Pop music, by definition, wants to be popular. Simply on that basis, Lorde has to be judged a spectacular success. At the time of writing, the New Zealand star, born Ella Yelich-O’Connor, has the top-selling single on the US iTunes store and has just taken the No 1 slot on the US Billboard Hot 100 from Miley Cyrus, leapfrogging Katy Perry, while further below her hover current singles by Lady Gaga and Lana Del Rey. She offers a credible and refreshing alternative to all of them.
The strongest tracks on Pure Heroine, her debut album, are as addictive as anything her competitors have in their supplies. With collaborator Joel Little, she has constructed songs in which attractive melodies flow into choruses that have colossal hooks yet don’t feel as though they have been pumped with the sonic equivalent of steroids, like a Cyrus or Perry hit.
In part, that is down to Little’s minimalist production style. Favouring thick drone-y synthesiser tones and repetitive, clickety percussion loops, the music has some of the neutral, muted feel of downbeat electronica. Taking his cue from hip-hop, he trusts the singer as storyteller rather than using the music to instruct the listener in what to feel. The effect is cool, not corny.
As a vocalist, Lorde has a variety of modes, yet she is most comfortable in her lower range, where her natural huskiness has real character and her melodies take on the cadences of conversation. Her lyrics combine contemporary teen-speak with poetic imagery that, at its best, is startling in its maturity.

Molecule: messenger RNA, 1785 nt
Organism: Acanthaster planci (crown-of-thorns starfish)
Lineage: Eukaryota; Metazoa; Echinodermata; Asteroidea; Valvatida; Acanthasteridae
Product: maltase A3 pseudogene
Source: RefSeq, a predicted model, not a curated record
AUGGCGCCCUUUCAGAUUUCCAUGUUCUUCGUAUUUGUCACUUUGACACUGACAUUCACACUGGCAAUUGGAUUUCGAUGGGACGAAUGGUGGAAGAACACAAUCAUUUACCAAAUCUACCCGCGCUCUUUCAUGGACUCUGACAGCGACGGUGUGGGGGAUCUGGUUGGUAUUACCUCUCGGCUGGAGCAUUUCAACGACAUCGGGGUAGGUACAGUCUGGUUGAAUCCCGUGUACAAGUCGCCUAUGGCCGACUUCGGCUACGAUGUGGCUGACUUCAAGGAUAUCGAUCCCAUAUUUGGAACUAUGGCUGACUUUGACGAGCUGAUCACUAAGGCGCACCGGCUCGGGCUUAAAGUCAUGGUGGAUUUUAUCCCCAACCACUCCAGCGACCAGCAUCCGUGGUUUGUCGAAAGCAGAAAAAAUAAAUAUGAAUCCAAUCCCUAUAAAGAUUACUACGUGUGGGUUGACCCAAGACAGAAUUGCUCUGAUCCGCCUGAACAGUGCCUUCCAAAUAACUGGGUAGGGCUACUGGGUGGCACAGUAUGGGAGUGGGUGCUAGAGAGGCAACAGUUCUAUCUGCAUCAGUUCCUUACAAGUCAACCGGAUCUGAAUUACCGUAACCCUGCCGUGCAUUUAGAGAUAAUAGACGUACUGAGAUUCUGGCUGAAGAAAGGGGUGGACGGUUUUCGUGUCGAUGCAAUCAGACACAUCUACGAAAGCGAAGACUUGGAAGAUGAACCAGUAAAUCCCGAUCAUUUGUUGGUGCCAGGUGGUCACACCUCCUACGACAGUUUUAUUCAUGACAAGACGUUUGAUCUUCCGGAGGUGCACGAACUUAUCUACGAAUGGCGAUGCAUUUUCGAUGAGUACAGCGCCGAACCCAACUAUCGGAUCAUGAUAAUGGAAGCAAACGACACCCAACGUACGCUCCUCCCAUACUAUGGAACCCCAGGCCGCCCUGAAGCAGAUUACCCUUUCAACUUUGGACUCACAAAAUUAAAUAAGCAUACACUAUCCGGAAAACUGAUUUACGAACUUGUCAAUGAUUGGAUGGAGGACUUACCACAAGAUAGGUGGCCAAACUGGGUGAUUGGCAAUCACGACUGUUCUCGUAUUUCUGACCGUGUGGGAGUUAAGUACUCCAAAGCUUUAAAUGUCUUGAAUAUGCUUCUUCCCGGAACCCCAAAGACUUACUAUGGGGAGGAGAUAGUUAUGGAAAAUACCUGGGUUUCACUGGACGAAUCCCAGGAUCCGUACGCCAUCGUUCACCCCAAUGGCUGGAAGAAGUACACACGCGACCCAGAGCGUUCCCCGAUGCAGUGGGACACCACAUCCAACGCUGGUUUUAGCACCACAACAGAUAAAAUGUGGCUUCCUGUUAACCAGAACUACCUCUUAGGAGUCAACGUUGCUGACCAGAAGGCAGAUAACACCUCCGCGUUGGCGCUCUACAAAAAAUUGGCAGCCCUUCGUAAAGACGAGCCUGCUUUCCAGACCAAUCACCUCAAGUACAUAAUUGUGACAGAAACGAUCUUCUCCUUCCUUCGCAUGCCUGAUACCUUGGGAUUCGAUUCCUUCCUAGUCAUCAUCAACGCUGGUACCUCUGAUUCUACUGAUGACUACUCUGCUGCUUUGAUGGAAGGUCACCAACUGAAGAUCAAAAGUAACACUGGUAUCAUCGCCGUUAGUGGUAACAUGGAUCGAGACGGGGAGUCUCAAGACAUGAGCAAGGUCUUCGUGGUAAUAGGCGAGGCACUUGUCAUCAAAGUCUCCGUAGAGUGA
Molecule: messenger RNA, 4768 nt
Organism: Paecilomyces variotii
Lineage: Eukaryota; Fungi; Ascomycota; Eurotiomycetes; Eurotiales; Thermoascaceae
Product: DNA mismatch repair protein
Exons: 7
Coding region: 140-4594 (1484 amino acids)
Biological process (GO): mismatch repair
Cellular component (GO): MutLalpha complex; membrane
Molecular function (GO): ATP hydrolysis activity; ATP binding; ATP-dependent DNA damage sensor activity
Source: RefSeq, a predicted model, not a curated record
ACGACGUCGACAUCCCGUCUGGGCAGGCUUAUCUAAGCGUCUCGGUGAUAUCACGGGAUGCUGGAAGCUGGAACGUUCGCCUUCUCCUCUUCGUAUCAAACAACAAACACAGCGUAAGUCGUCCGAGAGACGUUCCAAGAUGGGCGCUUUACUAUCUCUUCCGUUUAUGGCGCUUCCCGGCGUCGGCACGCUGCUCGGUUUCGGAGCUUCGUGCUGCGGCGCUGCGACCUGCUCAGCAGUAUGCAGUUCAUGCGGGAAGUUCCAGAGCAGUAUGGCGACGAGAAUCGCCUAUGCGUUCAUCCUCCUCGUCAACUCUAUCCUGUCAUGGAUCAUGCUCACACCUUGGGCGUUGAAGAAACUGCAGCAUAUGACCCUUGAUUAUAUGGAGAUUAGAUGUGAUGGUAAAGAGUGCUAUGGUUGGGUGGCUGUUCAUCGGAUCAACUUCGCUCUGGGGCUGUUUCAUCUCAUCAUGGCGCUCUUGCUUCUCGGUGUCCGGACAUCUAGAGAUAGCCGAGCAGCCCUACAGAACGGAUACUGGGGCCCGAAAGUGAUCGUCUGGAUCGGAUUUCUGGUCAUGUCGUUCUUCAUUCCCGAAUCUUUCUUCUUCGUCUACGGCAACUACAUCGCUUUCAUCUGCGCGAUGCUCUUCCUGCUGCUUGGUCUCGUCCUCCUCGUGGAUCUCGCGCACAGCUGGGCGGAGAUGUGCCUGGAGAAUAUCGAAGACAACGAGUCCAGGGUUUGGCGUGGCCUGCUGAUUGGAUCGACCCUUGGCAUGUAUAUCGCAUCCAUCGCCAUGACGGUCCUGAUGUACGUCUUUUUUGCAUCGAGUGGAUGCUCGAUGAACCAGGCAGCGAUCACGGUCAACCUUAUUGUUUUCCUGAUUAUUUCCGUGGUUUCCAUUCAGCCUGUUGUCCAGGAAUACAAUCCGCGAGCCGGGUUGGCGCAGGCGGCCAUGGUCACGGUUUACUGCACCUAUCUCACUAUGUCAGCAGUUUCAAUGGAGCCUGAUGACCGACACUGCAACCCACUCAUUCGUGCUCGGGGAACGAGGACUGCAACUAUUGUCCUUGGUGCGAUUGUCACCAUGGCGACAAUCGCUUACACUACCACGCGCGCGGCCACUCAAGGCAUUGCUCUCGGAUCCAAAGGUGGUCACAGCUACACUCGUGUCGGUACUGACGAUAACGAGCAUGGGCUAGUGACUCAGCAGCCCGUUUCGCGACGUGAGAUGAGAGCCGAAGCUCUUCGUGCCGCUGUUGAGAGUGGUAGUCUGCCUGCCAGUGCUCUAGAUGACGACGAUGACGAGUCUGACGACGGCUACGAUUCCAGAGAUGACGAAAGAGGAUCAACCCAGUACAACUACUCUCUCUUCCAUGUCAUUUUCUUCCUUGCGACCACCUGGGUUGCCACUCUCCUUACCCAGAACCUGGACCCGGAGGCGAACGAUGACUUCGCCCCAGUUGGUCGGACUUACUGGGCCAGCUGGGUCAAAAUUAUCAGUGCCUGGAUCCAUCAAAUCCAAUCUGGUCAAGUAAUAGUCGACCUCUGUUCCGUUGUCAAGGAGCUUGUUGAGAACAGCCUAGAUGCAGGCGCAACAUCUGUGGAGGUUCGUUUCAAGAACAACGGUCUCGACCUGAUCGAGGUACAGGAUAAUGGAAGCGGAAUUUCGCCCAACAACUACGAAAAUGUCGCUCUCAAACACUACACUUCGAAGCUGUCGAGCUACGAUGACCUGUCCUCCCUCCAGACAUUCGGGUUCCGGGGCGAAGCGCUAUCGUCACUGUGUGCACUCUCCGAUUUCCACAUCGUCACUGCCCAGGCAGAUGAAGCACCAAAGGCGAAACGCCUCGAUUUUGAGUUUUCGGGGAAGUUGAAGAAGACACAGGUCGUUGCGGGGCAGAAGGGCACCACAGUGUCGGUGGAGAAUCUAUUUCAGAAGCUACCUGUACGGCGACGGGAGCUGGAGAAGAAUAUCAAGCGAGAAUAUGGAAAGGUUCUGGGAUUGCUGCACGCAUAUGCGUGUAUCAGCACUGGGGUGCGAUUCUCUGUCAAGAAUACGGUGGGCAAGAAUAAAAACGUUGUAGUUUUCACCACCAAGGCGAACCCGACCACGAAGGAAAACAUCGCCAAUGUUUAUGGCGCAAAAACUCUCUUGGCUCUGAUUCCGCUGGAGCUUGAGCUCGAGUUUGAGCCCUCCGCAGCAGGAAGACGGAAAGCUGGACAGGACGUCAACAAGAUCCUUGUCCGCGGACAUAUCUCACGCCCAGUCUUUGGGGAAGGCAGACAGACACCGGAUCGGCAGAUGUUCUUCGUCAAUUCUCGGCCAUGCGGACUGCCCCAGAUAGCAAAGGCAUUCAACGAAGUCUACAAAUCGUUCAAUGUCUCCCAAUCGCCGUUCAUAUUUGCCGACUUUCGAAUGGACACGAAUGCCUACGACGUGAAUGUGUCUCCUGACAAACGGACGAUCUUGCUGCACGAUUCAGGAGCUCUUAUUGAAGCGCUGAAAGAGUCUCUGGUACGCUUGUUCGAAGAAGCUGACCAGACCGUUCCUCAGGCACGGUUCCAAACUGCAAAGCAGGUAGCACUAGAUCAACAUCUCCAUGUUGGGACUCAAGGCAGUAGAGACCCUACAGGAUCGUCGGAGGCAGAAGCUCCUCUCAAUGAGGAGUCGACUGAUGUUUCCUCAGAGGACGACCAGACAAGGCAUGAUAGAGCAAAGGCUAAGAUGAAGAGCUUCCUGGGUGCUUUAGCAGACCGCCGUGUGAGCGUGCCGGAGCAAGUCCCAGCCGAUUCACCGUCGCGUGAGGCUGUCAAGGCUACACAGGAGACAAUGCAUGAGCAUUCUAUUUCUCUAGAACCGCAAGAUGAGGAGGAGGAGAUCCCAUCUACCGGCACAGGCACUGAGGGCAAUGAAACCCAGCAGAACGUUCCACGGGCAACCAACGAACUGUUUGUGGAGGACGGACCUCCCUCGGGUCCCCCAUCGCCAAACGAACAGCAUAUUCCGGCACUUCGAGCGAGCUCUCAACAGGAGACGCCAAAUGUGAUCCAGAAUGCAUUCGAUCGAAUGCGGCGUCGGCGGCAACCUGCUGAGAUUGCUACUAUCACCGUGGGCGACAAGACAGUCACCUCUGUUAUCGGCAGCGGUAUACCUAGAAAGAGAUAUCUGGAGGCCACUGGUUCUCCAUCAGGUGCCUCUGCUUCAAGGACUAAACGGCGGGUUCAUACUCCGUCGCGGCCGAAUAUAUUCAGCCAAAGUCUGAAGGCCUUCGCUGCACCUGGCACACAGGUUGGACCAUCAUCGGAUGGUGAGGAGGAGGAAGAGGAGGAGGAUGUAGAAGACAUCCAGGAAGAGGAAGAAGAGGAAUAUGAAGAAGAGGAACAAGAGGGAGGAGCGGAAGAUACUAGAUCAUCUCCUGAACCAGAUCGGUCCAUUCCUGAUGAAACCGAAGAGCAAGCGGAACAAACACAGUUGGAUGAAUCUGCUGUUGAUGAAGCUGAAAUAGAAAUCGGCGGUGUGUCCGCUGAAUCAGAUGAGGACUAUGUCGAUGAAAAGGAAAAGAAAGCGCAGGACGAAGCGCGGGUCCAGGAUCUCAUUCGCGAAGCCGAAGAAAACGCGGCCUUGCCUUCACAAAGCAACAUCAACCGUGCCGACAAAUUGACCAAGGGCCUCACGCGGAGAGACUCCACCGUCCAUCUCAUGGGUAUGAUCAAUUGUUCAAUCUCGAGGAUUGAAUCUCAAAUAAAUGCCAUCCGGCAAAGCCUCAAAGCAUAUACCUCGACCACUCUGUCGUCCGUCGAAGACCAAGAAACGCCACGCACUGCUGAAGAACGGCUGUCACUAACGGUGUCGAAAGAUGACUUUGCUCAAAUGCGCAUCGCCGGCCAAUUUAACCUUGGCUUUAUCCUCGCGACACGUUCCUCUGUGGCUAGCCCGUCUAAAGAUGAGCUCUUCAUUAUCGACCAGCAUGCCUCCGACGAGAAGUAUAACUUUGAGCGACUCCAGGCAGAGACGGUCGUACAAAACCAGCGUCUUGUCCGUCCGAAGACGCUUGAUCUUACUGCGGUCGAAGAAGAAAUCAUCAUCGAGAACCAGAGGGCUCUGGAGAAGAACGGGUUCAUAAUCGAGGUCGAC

But most significantly, Lorde projects a persona that is distinct from anyone else currently in the chart game. Part of it is her extreme youth (she will be 17 in November), something she sometimes refers to in song. But more important is the way her songs portray a free thinker, immune to the prescriptions of parents, media or – for that matter – pop.
There is the character in Royals, declaring proudly that she and her friends will never have the material trappings they have been taught to covet, and are just as happy without them. In an age when so many stars are like emblems of excess, the sentiment is almost subversive. And it is reprised in Team, when she sings: “We live in cities you’ll never see on screen, not very pretty but we sure know how to run free.” Her characters ride buses, not Cadillacs.
Lorde’s songs are also unusual in the way they evoke a sense of community and camaraderie. When you see Cyrus in her recent video, naked and alone, swinging from the chain of a wrecker’s ball, the image is joyless (if ridiculous). Likewise Del Rey, beholden in each new song to some bad boy straight out of Central Casting.
By contrast, Lorde is focused on fun (“even when we’re smiling out of fear”), and it is not the kind that is dependent on male approval. The nearest she comes to a typical love song is A World Alone, the final and most conventionally upbeat track. But for most of the album she seems to be singing about the ordinary things that occupy her and her teenage peers, bringing to them a kind of nobility.
It is no Photoshopped picture. “White teeth teens”, as she calls them, are out. The characters in her songs bite their nails. They drink and throw up and get into fights and sometimes even wind up in bed together. They are bored and restless, reckless and terrified, but they also experience wonder, laughter and ambition, and all of it just seems to make them stronger. Pure Heroine? Not so pure, perhaps, but a fitting enough title.
PURE HEROINE, Lorde (Universal).